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Imitator of Andrea Mantegna, The Resurrection

Key facts
Full title The Resurrection
Artist Imitator of Andrea Mantegna
Artist dates about 1431 - 1506
Series Three Scenes of the Passion of Christ
Date made perhaps 1460-1550
Medium and support Oil on wood
Dimensions 42.5 × 31.1 cm
Acquisition credit Bought, 1881
Inventory number NG1106
Location Not on display
Collection Main Collection
Previous owners
The Resurrection
Imitator of Andrea Mantegna

According to the Gospel of Matthew, the Roman governor Pontius Pilate set a guard of soldiers at Christ’s tomb to prevent anyone from stealing his body; they did not expect Christ to rise from the dead. Here we see that the soldiers have fallen asleep, and are completely unaware of Christ’s resurrection.

This scene was popular in Renaissance painting as it provided visual affirmation of the Christian belief in Christ’s bodily resurrection. Christ stands triumphantly upon his tomb, which is a classical-style marble sarcophagus; he holds the banner of the Resurrection – the white flag with a red cross. We also see a large and graceful tree with small fresh leaves – a symbol of life and hope which, in its height and grace, echoes Christ’s pose upon his tomb.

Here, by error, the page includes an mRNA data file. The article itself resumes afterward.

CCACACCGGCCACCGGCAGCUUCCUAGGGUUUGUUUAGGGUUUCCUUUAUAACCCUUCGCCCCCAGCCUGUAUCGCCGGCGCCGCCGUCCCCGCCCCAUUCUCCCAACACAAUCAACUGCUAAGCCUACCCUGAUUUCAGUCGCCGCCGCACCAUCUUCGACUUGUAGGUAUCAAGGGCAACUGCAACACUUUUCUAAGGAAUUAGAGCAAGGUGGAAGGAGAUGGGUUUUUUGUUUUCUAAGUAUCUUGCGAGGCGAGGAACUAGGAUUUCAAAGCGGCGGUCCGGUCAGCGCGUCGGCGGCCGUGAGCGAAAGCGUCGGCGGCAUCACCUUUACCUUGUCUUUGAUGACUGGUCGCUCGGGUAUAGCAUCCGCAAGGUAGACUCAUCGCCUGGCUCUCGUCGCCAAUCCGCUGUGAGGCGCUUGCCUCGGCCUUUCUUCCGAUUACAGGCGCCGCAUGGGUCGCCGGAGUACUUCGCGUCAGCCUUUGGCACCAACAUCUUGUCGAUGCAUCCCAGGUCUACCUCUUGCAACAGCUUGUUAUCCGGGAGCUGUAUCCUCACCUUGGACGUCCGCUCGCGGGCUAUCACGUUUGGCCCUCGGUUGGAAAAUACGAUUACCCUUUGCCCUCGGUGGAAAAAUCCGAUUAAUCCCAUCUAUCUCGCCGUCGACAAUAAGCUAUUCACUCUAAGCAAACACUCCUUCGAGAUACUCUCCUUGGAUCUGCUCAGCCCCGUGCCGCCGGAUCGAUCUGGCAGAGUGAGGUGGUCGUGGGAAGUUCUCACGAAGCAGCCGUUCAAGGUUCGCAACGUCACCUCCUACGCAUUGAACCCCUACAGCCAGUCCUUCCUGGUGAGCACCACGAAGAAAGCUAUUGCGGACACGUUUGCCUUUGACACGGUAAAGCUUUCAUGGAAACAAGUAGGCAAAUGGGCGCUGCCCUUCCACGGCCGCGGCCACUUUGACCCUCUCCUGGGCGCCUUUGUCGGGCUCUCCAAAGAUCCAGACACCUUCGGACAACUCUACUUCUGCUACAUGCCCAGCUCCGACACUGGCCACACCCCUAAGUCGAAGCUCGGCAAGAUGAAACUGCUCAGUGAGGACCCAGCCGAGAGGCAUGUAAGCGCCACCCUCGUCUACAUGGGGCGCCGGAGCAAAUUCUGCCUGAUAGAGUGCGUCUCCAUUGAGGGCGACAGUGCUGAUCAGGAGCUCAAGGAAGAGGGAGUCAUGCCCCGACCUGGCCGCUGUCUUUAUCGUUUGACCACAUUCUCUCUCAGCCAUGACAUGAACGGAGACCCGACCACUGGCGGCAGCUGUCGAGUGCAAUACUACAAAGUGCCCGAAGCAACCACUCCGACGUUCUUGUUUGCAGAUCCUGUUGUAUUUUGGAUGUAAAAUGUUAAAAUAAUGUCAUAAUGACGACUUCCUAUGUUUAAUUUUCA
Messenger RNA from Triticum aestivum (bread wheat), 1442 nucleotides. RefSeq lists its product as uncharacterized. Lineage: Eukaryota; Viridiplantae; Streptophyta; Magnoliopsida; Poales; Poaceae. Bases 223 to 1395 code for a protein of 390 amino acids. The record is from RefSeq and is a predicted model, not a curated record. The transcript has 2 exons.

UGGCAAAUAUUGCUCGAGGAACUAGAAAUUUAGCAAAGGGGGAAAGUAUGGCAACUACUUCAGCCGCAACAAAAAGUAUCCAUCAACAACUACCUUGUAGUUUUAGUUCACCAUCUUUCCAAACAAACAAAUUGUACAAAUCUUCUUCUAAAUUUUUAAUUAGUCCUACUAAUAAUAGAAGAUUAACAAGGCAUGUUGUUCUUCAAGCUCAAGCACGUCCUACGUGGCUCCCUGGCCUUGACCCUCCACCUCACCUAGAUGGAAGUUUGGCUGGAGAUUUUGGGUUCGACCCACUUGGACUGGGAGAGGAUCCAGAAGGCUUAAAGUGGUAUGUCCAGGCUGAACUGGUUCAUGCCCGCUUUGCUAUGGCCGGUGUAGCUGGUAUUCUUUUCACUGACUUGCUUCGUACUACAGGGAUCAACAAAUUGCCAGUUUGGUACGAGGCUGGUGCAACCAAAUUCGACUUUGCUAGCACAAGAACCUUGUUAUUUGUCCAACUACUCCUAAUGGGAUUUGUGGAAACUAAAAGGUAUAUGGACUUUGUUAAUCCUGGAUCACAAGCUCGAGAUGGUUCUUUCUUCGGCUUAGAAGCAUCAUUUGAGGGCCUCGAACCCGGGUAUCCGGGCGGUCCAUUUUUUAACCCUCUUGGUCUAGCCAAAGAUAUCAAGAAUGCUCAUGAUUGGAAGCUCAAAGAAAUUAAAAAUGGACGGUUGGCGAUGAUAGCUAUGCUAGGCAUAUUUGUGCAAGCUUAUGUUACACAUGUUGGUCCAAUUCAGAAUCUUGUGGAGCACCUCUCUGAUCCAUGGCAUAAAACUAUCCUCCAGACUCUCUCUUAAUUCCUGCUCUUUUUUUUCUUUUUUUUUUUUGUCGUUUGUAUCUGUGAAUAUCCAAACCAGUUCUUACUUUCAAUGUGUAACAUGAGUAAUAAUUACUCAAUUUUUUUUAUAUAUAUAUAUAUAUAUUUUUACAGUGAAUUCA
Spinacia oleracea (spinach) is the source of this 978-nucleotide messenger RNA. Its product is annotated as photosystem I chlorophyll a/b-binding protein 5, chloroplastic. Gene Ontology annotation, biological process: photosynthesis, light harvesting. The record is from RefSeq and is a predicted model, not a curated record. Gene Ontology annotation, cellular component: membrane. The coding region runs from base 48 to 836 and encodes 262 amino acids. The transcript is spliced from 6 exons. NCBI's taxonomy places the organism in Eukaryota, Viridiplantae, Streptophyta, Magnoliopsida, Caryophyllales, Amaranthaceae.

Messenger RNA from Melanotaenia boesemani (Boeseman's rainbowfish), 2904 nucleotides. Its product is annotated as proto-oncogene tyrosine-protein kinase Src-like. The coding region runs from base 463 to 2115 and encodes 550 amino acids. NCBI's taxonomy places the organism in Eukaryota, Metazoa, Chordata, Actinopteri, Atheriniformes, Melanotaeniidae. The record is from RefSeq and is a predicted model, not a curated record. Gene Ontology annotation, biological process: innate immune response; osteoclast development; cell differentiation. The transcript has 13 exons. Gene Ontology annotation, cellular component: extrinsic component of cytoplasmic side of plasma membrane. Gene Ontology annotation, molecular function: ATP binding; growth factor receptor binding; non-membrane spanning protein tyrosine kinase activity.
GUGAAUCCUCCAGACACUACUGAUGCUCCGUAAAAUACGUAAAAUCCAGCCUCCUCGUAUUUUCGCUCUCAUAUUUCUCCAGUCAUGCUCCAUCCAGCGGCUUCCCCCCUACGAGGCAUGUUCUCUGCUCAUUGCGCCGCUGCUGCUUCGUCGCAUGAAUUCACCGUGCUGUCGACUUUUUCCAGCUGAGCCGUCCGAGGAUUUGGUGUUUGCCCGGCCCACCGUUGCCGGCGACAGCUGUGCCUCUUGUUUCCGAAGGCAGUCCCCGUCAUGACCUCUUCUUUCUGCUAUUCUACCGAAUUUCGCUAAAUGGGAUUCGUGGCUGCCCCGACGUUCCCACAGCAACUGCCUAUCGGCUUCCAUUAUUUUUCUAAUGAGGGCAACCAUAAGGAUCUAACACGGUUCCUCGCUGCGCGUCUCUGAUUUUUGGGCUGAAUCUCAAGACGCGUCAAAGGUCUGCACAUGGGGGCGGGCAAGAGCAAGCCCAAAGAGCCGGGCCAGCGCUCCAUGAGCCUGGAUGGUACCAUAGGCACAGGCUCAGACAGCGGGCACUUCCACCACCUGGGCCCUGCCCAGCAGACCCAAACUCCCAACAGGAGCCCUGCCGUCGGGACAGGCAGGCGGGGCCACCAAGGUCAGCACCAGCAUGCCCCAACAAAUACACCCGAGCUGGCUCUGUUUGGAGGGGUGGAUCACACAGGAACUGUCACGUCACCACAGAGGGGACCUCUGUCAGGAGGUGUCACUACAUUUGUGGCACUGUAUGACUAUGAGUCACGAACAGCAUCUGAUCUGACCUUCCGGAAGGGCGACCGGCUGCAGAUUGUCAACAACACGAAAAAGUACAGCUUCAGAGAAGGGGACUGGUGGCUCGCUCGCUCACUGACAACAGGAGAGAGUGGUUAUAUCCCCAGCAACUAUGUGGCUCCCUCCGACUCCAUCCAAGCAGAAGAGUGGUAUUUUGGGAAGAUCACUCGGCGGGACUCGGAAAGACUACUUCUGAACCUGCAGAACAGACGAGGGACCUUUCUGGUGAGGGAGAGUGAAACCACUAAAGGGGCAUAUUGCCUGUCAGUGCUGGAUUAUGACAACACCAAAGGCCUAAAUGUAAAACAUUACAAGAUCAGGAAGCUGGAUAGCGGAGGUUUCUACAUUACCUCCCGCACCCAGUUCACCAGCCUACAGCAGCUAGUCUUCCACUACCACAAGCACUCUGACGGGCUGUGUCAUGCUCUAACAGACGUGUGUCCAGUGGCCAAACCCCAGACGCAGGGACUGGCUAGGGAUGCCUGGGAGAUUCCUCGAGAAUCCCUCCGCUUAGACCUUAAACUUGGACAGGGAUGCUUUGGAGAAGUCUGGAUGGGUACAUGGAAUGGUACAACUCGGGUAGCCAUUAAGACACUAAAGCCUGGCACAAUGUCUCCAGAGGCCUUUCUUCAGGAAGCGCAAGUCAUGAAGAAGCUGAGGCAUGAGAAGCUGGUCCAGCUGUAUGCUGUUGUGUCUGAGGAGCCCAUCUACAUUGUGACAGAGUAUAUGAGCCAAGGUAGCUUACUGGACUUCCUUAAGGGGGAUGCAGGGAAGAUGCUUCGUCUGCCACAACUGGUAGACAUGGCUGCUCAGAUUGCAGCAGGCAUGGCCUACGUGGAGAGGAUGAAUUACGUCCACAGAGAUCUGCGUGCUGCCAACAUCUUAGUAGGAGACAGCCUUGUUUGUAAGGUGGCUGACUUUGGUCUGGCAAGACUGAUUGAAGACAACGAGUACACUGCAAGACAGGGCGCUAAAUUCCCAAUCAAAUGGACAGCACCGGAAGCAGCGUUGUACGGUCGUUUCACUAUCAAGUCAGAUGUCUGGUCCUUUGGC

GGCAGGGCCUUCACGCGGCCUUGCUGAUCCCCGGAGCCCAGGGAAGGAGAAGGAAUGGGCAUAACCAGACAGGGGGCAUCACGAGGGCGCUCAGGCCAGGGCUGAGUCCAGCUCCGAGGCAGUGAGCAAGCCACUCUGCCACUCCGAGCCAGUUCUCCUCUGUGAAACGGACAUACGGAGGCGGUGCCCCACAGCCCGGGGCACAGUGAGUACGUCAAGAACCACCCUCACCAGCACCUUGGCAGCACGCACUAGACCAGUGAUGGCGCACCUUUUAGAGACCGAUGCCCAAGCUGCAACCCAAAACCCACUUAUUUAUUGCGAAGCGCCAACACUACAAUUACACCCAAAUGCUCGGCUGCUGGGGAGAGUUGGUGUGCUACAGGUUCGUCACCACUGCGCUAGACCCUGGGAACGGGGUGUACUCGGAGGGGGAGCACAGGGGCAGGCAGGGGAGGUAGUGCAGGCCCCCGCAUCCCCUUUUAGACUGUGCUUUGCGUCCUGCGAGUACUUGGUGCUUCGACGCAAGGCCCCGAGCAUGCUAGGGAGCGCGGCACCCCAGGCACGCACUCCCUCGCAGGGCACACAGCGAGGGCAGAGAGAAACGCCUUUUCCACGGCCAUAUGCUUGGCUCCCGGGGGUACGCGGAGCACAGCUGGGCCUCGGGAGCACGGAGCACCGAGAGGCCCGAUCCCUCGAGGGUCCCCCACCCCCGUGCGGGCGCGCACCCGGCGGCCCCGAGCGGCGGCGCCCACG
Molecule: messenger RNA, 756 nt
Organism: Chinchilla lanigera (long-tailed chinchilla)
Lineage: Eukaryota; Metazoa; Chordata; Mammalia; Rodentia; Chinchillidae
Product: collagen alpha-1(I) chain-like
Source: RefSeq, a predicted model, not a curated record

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Three Scenes of the Passion of Christ


These three panels celebrate Christ’s bodily resurrection from the dead. It is likely that all three came from the same series and were painted by the same artist. The pictures reflect aspects of Mantegna’s style, particularly engravings he made at the end of the 1450s and beginning of the 1460s. The jagged rock formations, the angular folds of the draperies and the sinuous figures are particularly characteristic of Mantegna’s paintings.

The painter is unknown but technical analysis of the pigments used shows that they are unlikely to have been painted more than about 50 years after Mantegna’s death. Analysis of the underdrawing (the initial design as drawn on the panel) shows that the painter did not make any alterations to the overall design or any of the details. This suggests that they were tracing directly from a pre-existing image rather than inventing an original composition.